gabe saporta artist friendly
[Courtesy of 'Artist Friendly']

6 takeaways from Gabe Saporta’s Artist Friendly interview

Gabe Saporta, formerly of Cobra Starship and Midtown, is the latest guest on the Artist Friendly podcast. The artist and entrepreneur, who has transitioned into artist management and development with TAG Music, joined Joel Madden to chat about Cobra Starship’s early days, what he’s learned throughout his career, and more.  

The episode is available now wherever you listen to podcasts. Before you dive into the full conversation, check out the key takeaways we rounded up below. 

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He calls “the bookends” of his career his favorite eras of it

Saporta has had a long career, both fronting bands and working with rising artists behind the scenes. But when Madden asks him what his favorite era of his career is, he’s quick to say it’s what he considers “the bookends” of it, or when he was first starting out and when Cobra Starship crossed into the mainstream. He spoke about looking back fondly on the time when he was playing in the pop-punk group Midtown and essentially considered it an extracurricular project. He said, “That beginning was really special,” mentioning memories of playing house shows and turning 21 on the road. In addition, he said it was exciting when he saw unprecedented success and “doing the stuff you never thought you would do.” 

He saw Saves the Day at a VFW hall in New Jersey

Saporta declares that Saves the Day “changed the game” and thinks that they don’t get enough credit for what they’ve accomplished as a band. During the episode, he recalls seeing them at a VFW hall in Bluffton, New Jersey, supporting Ensign at a record release show. At the time, Saves the Day had recently signed with Equal Vision Records and were handing out vegan cookies and pamphlets during the gig. What most surprised Saporta, though, was that their drummer disregarded the hardcore dress code (read: cargo shorts, New Balances, and choker necklaces) by wearing skinny jeans and a puffy Polo jacket.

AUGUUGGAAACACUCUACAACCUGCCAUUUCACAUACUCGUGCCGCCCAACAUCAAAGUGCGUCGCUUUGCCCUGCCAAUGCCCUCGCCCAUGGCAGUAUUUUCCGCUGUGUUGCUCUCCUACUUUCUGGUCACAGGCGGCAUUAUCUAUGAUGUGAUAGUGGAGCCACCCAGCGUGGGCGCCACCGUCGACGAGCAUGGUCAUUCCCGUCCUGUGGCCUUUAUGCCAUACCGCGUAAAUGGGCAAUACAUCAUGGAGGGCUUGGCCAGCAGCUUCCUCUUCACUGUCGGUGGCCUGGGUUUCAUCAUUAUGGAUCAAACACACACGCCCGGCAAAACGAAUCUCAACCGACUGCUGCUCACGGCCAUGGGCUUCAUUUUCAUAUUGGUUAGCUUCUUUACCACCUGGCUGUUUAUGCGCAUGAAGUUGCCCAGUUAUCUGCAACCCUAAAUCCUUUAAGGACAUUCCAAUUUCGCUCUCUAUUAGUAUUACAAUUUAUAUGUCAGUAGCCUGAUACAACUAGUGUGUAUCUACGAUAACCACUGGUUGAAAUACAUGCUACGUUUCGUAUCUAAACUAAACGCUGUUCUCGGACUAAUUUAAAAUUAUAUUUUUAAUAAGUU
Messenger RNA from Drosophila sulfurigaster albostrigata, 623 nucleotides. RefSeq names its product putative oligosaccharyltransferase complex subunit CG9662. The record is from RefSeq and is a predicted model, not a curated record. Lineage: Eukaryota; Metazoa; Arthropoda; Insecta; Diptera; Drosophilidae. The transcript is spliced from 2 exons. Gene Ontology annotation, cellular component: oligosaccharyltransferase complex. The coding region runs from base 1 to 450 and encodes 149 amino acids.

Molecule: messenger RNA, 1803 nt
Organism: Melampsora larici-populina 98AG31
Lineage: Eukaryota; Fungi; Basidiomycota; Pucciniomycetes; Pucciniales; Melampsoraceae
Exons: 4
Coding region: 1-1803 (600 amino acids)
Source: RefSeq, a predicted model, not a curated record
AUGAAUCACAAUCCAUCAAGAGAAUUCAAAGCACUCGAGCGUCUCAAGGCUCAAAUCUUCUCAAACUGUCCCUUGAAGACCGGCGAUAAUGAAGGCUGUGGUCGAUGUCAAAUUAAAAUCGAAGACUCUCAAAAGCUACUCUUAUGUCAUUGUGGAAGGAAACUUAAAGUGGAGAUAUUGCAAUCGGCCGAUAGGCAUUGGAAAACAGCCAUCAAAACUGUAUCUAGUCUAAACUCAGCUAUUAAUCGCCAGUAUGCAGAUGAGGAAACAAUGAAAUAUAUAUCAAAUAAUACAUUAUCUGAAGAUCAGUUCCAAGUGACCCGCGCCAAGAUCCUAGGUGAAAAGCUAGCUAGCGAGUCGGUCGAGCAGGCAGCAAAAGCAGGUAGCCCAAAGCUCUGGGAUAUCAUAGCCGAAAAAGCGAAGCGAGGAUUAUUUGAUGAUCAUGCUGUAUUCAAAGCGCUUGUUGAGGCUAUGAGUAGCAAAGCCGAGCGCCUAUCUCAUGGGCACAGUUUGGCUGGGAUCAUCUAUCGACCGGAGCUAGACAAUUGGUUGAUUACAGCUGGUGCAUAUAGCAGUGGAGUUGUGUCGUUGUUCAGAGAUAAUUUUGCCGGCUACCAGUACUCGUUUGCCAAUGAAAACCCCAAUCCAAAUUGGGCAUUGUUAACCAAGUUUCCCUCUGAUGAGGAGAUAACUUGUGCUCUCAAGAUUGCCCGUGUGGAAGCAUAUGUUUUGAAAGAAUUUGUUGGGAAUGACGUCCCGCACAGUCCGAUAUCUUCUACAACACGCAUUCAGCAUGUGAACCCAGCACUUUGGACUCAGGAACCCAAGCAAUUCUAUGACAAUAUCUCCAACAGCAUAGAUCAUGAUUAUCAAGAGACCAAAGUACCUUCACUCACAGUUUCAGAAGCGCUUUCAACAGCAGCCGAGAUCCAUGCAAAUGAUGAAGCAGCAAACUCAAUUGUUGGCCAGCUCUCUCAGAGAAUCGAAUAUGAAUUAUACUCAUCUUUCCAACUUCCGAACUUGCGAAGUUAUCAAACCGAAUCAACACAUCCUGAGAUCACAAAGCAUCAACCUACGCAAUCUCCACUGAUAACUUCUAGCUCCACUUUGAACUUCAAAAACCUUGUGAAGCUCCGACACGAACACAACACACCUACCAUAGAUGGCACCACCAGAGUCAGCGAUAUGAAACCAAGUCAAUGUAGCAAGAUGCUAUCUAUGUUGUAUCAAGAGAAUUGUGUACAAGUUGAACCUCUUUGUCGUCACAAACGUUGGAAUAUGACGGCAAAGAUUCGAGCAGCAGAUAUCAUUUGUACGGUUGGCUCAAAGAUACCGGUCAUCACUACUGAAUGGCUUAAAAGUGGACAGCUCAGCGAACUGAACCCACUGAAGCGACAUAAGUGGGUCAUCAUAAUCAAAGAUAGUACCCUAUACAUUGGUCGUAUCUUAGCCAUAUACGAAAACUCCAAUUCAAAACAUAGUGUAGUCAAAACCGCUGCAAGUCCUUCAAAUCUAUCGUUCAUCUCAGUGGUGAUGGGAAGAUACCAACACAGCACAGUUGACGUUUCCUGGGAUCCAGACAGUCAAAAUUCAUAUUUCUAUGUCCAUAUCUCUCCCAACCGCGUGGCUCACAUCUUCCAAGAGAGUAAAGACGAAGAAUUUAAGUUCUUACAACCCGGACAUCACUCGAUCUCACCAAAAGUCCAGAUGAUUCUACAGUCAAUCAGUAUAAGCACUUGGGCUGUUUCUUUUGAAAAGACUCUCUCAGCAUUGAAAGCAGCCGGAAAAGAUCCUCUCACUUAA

One of the most full-circle moments of his career involved Jay Leno

On the podcast, Saporta spoke about how his family immigrated to the U.S. from Uruguay and explained that it took some time for his father to better understand why he was pursuing a more creative career. When he came around to championing his son’s focus on music, he would tell him that he needed to play on The Tonight Show with Jay Leno because that would be huge in helping with his band’s big break. Once Cobra Starship played on the show years later, he told Leno the story and the talk show host called his father’s office — only to be hung up on. Saporta ended up connecting the two, but it’s safe to say it was a full-circle moment for the both of them.

Aging out of the neon-pop scene is why he stopped making music

Many fans experienced heartbreak when Cobra Starship announced that they’d be calling it quits in 2015. For Saporta, however, the decision made complete sense. “Even if I love the music, there’s just something about being 40 years old and trying to speak to a 15-year-old kid,” he suggests. The ability to relate changes, and he says the music becomes dishonest (especially when you’re making songs called “Good Girls Go Bad” and “Hot Mess”). “Part of the reason why a young kid connects with someone a little bit older than them is because they’re still experiencing the same challenges,” Saporta continues. 

Some of the greatest advice he’s learned is “to be of service of others”

Saporta explains that something that’s stuck with him is advice his grandfather gave him when he was younger, which is “to be of service of others.” He’s since used that philosophy a great deal in working with the up-and-coming artists that he manages. He explains that it’s of the utmost importance to him to always add value to peoples’ lives — and with his artists, that means not forcing any decisions on them and giving them the support and time they need so they can be excited about their careers.

Saporta only wants to create music for young people

Midtown and Cobra Starship’s music tapped into youthful abandon, and for good reason. Both projects were helmed by Saporta when he was in his 20s and 30s. In fact, Saporta says that he’s “only interested in [making] music for young people,” rather than transforming into the type of artist who hinges on nostalgia. “I want to impact a person when they’re still impressionable and they need it,” he explains to Madden. “That’s how you’re helping people. I don’t want to make music for fashion shows — I want music that will change people’s lives.”